The American Civil Liberties Union of Montana sued Lincoln County Sheriff Roby Bowe on Thursday in district court there, alleging Bowe is detaining an immigrant man against state law.
Agustin Ramon, a 32-year-old dual citizen of Mexico and France, was booked into the Lincoln County jail in early August on burglary charges, according to the ACLU's civil complaint. While Ramon's wife paid a bail bond company the agreed rate of $25,000, officials reportedly told the bondsman that payment would likely not lead to Ramon's release due to a detainer order from Immigration Customs and Enforcement.
The immigration detainer asks local authorities to hold that inmate for another 48 hours after he would be released; for example, following payment of Ramon's bond.
The ACLU contends that Bowe is overstepping his authority by holding Ramon on suspected immigration violations, which would be a civil matter, without allowing him to post bond for his criminal charge and be released ahead of trial.
"There is no state arrest authority to keep someone who is suspected of being here unlawfully incarcerated as a result of an immigration detainer," ACLU Legal Director Alex Rate told the Missoulian Thursday. "It flips innocent until proven guilty on its head."
Bowe was not immediately available for comment Thursday.
Rate said instances of local officials holding those suspected of immigration violations have become "common practice" in Montana, and the ACLU is hoping to end that practice across the state.
"Whether it's Lincoln County, Yellowstone County or Gallatin County, we know local officials are honoring these detainers," Rate said.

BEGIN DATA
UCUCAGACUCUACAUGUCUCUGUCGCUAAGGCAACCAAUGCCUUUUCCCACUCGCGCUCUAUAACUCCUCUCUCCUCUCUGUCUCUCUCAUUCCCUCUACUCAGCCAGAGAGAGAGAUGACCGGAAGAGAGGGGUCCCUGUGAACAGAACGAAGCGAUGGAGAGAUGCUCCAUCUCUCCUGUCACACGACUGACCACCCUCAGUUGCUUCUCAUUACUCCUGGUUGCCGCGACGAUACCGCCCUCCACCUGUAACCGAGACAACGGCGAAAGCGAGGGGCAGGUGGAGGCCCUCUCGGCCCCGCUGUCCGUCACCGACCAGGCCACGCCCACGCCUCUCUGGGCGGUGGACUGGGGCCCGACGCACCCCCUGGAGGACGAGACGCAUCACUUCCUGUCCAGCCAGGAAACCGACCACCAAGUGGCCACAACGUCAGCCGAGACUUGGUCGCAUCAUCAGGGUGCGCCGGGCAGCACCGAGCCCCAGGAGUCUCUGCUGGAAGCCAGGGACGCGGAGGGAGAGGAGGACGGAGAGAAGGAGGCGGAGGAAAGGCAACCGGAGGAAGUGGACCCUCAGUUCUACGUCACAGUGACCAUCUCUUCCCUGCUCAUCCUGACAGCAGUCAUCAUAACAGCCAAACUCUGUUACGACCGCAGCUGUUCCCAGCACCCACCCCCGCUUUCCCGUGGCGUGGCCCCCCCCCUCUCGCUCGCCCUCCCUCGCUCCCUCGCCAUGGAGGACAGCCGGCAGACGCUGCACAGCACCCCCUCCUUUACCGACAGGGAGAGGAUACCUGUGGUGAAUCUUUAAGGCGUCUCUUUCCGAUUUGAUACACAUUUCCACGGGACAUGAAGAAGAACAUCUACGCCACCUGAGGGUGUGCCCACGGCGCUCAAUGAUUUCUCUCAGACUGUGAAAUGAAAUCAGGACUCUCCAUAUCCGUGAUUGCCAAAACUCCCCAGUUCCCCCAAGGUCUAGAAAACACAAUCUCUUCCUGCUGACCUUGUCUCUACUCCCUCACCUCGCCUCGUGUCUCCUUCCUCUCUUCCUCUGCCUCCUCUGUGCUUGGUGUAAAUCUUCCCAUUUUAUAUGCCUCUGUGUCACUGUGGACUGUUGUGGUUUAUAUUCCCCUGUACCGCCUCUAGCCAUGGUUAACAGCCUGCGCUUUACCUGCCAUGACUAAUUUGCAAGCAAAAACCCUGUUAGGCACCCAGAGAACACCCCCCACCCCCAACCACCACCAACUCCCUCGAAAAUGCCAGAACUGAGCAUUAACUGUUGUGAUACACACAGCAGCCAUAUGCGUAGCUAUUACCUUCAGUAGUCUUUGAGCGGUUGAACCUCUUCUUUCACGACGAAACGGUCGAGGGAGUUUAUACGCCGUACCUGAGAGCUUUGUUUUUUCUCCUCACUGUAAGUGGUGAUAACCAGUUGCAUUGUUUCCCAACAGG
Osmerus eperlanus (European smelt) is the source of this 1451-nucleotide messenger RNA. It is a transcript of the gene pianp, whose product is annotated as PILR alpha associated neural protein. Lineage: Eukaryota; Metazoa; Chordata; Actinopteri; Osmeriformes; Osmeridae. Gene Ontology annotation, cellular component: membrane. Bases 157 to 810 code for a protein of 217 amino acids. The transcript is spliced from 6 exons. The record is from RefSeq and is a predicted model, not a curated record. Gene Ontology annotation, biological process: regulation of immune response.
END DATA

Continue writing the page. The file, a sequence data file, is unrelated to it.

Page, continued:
Shahid Haque, an immigration attorney with Border Crossing Law Firm, is also representing Ramon in the complaint. In a press release from the ACLU, Haque said Montana law requires that anyone, including immigrants, must be released from custody once they have posted bond.
The suit filed Thursday seeks class-action certification to cover all current and future inmates in Lincoln County who are the subject of such detainers. The complaint also requests compensation for Ramon's false imprisonment.
Ramon moved to Montana in April, according to the lawsuit, and married his wife in Flathead County in May. According to the Center for Immigration Studies, marriage is one of the most common paths to U.S. residency. In an email to the Missoulian on Thursday, Haque said he is assisting Ramon and his wife with their immigration options.
The Montana Supreme Court has yet to make a ruling on the legality of immigration detainers in the state. In December, the state high court dismissed a petition to release a Mexican immigrant who was held on a detainer, finding the issue was moot since he had come into custody of the Department of Homeland Security, and the question of whether Gallatin County officials were holding him illegally had passed.
The Montana Attorney General's Office filed an amicus brief in that case supporting the detainer, and called the petition a "thinly veiled request" for the court to void federal immigration law. Attorney General Tim Fox argued that Montana law did authorize Gallatin County Detention Center officials to honor the immigration detainer.
Rate argued Thursday that the detainers aren't reviewed by an independent judge, and that denying prisoners the right to pre-trial release violates the state constitution.